RALEIGH — Holly Springs High School has a rooting interest in this year’s Summer Olympics. Andrew Capobianco, a 2017 graduate of the school, will compete in two diving events and represent the United States at the Tokyo Games.
Capobianco, 21, will compete in the 3-meter synchronized diving event with his partner, 2016 silver medalist Michael Hixon, on Wednesday. He has also qualified for the individual 3-meter diving event taking place on Aug. 2-3.
“We are blessed,” Capobianco’s father, Michael, told North State Journal.
Capobianco’s father said he knew from a young age — around 2 — that Andrew had talent and was “very, very different,” but that his participation in the Tokyo Games still seems “surreal.”
“I think when the opening ceremonies hit and, God willing, we get to see him walking out with the rest of the team, I think at that point it will be a lot more real,” Michael Capobianco said.
Born in Mineola, New York, Andrew is a former gymnast who won the level 8 Junior Olympic national title on floor exercise for his age group in 2013, overlapping with his start in diving while in seventh grade in 2011. That same year, he broke a 22-year-old high school diving record for Nassau County, New York.
After graduating from Holly Springs High School, Capobianco went on to dive for Indiana University where, at age 21, he became the 2012 NCAA champion for both the 3-meter and 1-meter events. He is a five-time junior national champion, holding wins in the 2014 1-meter, the 2015 3-meter, and the 2014, 2015 and 2016 Platform events.
The elder Capobianco said the entire family has rallied behind Andrew, including his two brothers: 23-year-old Christian and Andrew’s twin brother, Matthew.
Andrew has called his brother Matthew his “biggest inspiration because he shows me our resiliency and toughness,” Capobianco’s father said. Michael said Matthew is a “very bright kid,” adding that he overcame having a learning disability and also dealt with having seizures to graduate fourth in his class of 650 at Holly Springs High School. Matthew is currently studying pharmacology at UNC. Christian, Andrew’s older brother, is in his third year at graduate school at NC State University studying to become an exotic pet veterinarian.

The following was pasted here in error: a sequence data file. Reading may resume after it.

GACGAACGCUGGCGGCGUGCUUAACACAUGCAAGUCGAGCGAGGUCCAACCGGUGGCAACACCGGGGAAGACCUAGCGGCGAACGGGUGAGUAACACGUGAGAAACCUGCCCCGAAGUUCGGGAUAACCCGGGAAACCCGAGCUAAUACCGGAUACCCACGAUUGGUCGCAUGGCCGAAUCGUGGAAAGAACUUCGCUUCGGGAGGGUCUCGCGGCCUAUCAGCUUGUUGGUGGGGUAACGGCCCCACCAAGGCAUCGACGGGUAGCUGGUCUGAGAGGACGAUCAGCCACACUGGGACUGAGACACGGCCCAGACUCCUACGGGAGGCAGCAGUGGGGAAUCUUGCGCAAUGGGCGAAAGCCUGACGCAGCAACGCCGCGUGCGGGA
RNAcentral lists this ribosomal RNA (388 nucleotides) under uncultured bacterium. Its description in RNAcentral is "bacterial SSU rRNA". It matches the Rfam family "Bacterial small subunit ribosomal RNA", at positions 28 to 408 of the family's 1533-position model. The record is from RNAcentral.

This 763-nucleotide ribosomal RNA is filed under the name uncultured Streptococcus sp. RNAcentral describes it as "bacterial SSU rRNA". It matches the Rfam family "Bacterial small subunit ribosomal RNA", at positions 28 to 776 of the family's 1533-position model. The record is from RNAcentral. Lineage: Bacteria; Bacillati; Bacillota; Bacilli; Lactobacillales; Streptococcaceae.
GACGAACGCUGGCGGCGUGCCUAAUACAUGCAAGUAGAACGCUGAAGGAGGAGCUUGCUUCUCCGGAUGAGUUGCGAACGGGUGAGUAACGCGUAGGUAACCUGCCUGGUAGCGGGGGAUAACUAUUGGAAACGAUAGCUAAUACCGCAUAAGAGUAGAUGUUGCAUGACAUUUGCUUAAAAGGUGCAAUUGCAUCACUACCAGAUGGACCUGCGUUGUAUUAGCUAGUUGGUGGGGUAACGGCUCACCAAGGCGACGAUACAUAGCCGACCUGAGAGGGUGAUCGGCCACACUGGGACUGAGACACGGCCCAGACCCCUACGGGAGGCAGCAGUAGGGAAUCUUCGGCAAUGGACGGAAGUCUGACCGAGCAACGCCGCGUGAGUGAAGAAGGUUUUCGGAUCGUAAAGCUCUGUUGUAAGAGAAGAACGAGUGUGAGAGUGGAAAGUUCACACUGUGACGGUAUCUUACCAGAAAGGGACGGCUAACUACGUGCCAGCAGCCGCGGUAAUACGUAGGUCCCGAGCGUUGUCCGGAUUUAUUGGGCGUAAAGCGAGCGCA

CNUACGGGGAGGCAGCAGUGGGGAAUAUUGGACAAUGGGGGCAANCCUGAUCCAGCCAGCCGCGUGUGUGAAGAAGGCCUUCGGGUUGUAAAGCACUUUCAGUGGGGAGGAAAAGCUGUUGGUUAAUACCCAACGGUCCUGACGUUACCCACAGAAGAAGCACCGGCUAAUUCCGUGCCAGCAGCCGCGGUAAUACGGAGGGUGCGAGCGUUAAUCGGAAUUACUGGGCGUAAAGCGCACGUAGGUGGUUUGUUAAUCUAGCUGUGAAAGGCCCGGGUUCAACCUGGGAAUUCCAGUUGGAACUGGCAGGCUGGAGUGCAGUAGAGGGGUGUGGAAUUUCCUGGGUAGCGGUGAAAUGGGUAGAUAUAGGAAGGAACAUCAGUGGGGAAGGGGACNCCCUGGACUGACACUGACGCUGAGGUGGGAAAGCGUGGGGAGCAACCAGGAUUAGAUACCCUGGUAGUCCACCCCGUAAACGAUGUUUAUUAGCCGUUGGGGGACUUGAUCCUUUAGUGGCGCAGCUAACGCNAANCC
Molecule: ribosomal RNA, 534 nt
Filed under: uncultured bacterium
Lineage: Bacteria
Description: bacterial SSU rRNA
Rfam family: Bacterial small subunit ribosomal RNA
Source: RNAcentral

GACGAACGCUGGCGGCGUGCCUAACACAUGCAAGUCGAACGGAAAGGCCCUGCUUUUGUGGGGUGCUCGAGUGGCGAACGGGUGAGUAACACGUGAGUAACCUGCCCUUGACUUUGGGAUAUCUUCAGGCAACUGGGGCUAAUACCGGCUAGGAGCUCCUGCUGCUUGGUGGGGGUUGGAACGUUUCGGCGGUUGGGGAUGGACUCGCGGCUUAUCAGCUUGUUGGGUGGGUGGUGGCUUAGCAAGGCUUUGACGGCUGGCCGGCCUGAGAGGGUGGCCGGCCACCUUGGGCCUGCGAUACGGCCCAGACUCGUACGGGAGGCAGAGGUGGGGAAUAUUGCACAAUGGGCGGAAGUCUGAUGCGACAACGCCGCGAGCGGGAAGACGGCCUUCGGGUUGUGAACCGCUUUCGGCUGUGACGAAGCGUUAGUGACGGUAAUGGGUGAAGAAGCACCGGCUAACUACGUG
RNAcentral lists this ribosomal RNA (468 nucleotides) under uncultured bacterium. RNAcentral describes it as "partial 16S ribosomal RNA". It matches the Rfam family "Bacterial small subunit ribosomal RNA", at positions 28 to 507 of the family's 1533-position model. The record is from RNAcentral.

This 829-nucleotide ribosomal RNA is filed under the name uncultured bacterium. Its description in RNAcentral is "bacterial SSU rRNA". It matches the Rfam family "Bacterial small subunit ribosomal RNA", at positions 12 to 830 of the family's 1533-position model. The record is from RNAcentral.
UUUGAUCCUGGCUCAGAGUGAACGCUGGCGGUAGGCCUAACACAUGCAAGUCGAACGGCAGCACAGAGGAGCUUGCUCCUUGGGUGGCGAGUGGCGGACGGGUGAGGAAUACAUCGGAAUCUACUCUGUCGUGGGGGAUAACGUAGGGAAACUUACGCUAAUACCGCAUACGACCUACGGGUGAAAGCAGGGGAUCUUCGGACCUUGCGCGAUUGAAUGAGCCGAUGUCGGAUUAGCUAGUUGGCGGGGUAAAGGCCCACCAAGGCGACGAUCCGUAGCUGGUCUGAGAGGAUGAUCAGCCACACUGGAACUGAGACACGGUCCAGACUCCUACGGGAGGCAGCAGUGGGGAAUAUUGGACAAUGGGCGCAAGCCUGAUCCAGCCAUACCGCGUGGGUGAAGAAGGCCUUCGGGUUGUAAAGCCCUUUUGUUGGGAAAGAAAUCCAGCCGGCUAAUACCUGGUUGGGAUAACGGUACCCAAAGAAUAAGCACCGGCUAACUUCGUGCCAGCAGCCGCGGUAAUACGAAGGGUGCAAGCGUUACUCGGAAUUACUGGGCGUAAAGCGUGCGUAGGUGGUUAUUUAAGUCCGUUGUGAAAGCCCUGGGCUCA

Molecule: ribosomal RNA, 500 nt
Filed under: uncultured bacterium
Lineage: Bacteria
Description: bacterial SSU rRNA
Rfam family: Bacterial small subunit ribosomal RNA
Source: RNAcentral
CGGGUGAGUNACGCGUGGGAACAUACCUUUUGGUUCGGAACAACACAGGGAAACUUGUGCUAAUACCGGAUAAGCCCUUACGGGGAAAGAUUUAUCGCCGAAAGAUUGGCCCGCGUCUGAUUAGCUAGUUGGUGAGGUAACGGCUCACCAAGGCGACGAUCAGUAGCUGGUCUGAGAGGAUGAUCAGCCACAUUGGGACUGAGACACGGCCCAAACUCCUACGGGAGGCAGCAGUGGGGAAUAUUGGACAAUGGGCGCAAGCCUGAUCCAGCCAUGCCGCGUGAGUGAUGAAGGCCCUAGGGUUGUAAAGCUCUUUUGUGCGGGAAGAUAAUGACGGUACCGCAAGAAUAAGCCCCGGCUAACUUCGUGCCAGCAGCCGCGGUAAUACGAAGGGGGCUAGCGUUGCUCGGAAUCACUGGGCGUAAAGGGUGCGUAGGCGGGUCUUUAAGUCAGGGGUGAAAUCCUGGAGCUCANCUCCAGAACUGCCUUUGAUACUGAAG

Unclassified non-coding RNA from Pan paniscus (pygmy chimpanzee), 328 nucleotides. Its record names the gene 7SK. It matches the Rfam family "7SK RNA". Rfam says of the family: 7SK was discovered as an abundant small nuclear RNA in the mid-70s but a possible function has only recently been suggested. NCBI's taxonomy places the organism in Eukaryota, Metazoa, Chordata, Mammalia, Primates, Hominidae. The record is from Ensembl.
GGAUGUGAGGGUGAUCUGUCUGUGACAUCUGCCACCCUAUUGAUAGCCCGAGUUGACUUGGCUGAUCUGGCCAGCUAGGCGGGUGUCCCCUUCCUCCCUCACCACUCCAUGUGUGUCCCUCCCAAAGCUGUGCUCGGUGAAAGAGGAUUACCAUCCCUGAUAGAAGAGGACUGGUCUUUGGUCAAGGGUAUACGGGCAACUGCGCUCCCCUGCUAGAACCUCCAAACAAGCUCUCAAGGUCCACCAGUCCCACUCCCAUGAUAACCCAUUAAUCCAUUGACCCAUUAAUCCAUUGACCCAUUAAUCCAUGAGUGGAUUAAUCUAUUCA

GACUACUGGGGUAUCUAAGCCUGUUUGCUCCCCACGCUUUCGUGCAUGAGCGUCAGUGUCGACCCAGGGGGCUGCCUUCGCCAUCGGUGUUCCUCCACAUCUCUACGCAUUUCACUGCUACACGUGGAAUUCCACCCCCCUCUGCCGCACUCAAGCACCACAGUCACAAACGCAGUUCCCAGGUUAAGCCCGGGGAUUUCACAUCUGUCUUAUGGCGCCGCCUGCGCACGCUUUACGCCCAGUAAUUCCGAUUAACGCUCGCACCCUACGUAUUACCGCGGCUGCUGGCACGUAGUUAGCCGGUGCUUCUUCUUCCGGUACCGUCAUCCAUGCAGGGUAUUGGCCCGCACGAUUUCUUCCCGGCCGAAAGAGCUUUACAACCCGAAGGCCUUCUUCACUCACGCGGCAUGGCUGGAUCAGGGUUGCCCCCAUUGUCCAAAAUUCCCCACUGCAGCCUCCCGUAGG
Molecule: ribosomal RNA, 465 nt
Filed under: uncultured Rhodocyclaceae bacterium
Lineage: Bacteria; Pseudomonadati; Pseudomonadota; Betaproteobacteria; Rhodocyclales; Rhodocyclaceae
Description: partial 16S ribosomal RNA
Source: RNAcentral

Capobianco said his sons are “three very driven kids, three good souls — first and foremost. Just good kids.
“We try to take the blessing and try to push them forward,” he added.
When not diving, Andrew also works with special needs kids in sports activities as well as a program called “Lunch Buddies,” which aids special needs students in socializing during mealtimes.
“Andrew is a very talented diver, but what makes us most proud is the man that he has become,” his father said.
Michael credited Andrew’s coach, Drew Johansen, with being “as gifted a coach” as his son is a diver. He also said right now they only worry about “one day at a time and one dive at a time.”
Andrew has a wealth of experience heading into his Olympic debut. On the world championship stage, he earned an eighth-place finish for the synchronized 3-meter event and a bronze for the mixed team event in 2019. In 2017, he placed 10th for the mixed synchronized 10-meter.
His other career highlights include being a 2019 Pan-American Games team member (bronze, 1-meter and synchronized 3-meter); 2018 World Cup team member; three-time senior national champion (two individual 3-meter titles, one synchronized 3-meter title); 2014 and 2016 Junior World Championships team member; and 2015 Junior Pan-American Championships team member.